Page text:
Patents are supposed to spread knowledge by making those filing for a patent describe the innovation in detail.
But patent lawyers are masters of obfuscation, and try to make claims that cover every permutation they can think of, whether they've tried it or not. Their competitors then try to find a way around the patent to avoid paying royalties. It could be argued that patents actually slow down innovation, especially when ideas can be copied much more easily in the information age than in the 1700s when the current patent system began.
I have my name on two patents in the field of pulp and paper. One is for a process that worked in the lab but not in a real pulp mill. The other solved a problem that hardly ever happens. It's very common that patents are never used or licensed out. Depending on the field, from 40 to 90% of patents are never exploited. In the pulp and paper industry, it's hard to find a process today that is protected by a patent. Any innovation implemented by one company is often duplicated or surpassed by its competitors without any legal action occurring. But what about the new bioproducts horizon – is an emerging industry better served by the protective barriers of the patent system or by an open innovation system that accelerates generation of ideas without protection?
Let's look at what's happening in two other industries. One is the pharmaceutical industry, where filing for multiple patents is still normal business practice. The chance to have a monopoly on a new treatment for a disease or health issue for about 20 years is a huge incentive for these companies. But recently, an interesting experiment began. The Structural Genomics Consortium (SGC), founded by six universities in six countries, launched its Extreme Open Science Initiative earlier this year, with the objective of using open access and open science to accelerate the discovery of new medicines. They cultivate open dialogue and share notebooks online between researchers.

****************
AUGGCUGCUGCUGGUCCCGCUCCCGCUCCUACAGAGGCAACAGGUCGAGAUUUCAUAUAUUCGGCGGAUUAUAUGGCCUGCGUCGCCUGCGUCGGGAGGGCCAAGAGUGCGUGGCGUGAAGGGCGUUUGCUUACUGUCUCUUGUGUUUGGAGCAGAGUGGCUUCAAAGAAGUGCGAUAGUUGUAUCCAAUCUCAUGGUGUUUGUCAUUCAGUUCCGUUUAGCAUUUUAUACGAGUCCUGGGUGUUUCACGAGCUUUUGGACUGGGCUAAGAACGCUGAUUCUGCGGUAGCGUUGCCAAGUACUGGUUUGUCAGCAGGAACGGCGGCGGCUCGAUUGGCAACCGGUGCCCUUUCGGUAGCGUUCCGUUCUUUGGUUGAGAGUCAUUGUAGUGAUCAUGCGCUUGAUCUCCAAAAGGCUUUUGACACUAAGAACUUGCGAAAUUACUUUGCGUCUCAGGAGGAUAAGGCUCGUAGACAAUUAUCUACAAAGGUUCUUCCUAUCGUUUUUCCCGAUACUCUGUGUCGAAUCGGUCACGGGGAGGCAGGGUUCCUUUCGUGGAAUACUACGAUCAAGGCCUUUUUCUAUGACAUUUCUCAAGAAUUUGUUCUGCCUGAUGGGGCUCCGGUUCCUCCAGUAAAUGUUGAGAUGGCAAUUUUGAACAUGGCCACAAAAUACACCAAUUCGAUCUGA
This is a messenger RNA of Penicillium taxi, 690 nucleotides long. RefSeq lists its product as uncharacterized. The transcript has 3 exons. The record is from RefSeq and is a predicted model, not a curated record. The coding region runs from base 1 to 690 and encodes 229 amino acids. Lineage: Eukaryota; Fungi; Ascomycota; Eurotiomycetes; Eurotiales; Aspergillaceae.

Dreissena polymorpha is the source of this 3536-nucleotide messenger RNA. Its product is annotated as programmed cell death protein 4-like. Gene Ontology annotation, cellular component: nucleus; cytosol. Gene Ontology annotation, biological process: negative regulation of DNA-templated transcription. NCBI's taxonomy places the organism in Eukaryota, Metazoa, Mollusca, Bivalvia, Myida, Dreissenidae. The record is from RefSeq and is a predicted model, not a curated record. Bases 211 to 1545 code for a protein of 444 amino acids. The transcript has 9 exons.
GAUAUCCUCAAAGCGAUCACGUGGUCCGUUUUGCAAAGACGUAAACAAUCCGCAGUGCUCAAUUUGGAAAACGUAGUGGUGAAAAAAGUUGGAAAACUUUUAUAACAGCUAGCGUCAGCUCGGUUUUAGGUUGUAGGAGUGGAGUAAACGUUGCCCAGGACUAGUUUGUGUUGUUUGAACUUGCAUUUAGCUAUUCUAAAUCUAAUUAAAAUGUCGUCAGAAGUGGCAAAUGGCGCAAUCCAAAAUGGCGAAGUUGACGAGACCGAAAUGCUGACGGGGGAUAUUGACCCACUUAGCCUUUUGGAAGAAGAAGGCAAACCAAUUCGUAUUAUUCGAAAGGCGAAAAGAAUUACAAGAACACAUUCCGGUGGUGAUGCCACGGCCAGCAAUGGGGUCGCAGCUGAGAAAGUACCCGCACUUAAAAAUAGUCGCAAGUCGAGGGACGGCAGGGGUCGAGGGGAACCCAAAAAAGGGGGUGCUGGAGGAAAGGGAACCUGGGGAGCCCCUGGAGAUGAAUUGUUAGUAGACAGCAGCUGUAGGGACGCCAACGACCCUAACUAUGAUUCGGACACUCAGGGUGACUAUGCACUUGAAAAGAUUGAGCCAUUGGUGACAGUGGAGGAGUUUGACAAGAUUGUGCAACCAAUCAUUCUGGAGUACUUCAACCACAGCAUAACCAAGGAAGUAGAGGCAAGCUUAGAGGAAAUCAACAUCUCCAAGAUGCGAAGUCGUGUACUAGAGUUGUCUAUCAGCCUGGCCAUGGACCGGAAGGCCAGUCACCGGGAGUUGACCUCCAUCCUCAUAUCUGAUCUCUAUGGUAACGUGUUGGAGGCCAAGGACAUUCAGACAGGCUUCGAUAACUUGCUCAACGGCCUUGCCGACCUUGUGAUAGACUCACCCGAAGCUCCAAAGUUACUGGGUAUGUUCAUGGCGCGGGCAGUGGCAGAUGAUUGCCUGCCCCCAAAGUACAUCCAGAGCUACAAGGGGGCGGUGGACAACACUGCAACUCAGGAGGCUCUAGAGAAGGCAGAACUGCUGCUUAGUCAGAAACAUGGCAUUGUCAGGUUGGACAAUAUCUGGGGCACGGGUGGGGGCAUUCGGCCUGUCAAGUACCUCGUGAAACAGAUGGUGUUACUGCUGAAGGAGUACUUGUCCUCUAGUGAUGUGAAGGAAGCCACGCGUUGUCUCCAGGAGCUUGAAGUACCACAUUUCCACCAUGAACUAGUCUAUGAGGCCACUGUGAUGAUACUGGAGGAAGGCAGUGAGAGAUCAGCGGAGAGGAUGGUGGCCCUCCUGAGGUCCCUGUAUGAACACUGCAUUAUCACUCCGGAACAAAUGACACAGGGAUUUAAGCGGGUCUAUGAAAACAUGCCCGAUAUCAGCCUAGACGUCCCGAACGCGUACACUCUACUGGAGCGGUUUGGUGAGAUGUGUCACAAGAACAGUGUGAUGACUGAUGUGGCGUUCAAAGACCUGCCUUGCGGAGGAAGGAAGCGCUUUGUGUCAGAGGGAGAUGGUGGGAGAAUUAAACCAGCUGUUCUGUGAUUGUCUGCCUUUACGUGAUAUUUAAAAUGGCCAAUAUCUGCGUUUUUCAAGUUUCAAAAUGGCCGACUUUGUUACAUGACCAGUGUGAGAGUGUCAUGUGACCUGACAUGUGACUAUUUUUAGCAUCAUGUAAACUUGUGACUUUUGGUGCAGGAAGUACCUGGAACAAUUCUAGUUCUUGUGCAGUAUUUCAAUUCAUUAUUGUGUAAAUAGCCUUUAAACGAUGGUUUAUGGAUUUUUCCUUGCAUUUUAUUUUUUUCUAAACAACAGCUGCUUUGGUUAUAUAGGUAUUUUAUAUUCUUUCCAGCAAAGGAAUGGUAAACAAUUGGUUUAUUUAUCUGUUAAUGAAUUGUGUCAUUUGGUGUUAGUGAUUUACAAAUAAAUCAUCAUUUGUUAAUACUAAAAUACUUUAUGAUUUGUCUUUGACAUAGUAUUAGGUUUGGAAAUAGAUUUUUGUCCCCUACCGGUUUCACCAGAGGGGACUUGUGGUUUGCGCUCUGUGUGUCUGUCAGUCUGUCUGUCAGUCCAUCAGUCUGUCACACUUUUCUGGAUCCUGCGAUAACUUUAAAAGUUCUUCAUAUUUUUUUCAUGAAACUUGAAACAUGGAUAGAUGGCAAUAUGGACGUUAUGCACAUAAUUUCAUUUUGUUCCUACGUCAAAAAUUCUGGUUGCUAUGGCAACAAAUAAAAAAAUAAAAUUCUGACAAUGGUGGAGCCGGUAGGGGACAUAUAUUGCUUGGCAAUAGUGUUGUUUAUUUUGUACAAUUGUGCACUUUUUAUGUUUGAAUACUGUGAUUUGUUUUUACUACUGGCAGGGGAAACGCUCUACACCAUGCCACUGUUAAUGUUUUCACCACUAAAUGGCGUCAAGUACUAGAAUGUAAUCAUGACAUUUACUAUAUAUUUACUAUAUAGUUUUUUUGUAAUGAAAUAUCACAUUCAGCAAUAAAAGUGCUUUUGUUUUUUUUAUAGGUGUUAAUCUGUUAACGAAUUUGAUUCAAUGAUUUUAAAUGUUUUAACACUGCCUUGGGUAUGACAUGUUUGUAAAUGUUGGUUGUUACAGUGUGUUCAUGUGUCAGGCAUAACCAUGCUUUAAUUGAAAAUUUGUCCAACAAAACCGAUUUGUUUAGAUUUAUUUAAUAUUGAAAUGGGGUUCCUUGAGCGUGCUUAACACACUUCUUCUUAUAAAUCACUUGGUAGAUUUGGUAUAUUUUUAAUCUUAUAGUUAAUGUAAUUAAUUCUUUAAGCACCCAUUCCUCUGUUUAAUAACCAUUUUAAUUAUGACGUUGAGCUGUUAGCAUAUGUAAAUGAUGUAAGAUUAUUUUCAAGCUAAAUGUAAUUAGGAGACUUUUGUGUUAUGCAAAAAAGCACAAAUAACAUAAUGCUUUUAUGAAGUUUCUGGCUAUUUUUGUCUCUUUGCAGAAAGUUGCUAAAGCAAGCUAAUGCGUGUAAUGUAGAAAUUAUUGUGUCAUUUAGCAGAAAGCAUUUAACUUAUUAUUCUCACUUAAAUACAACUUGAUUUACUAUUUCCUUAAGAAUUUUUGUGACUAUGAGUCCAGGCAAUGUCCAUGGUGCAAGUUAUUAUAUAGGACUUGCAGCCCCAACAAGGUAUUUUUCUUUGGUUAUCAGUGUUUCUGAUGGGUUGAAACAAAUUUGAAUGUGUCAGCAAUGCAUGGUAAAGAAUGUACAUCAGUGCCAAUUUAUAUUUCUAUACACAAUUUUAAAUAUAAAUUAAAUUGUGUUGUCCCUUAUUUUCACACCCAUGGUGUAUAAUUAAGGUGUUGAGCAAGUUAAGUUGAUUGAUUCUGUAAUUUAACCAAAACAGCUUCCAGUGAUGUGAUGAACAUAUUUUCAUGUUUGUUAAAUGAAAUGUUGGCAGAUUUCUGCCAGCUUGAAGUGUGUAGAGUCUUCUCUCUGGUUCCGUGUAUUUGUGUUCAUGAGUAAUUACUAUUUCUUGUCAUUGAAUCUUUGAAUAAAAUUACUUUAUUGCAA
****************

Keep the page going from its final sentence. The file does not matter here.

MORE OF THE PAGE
My second example is the software industry, which has benefited greatly from open-sourcing (unlike proprietary software, which does not allow user access to the source code, open-source software allows access to users in return for access to any modifications or apps developed). Google's open-source Android system is an example which is now used by billions of users to run millions of apps, and I think we can agree that this has benefits for society.
In the paper industry twenty-five years ago, most pulp and paper companies had their own research centres where they developed their own technologies, but it rarely led to a competitive advantage, partly because they were producing mostly commodity products. It's much different in the pharmaceutical industry where developers of new medicines seem to be able to charge as much as they want. Today most pulp and paper companies doing research and development operate on a broker model, hoping to find a winner by managing a portfolio of projects in many different areas, carried out mostly by other groups. Given the challenges of finding cost-effective processes and new bio-based products with a real market, not to mention commercialization hurdles, collaboration with others that have the expertise is an approach that is more cost-effective and likely to succeed than trying to do everything themselves. But carrying out cooperative research this way is hard to do when arguments over intellectual property rights get in the way. Perhaps the forest products industry should try an approach modeled on open innovation, like that of SGC and Google?
Martin Fairbank has worked in the forest products industry for 31 years,
including many years for a pulp and paper producer and two years with
Natural Resources Canada. With a Ph.D. in chemistry and experience in
process improvement, product development, energy management and lean
manufacturing, Martin currently works as an independent consultant,
based in Montreal. He is also an author, having recently published
Resolute Roots, a history of Resolute Forest Products and its
predecessors over the last 200 years.
Martin Fairbank Consulting
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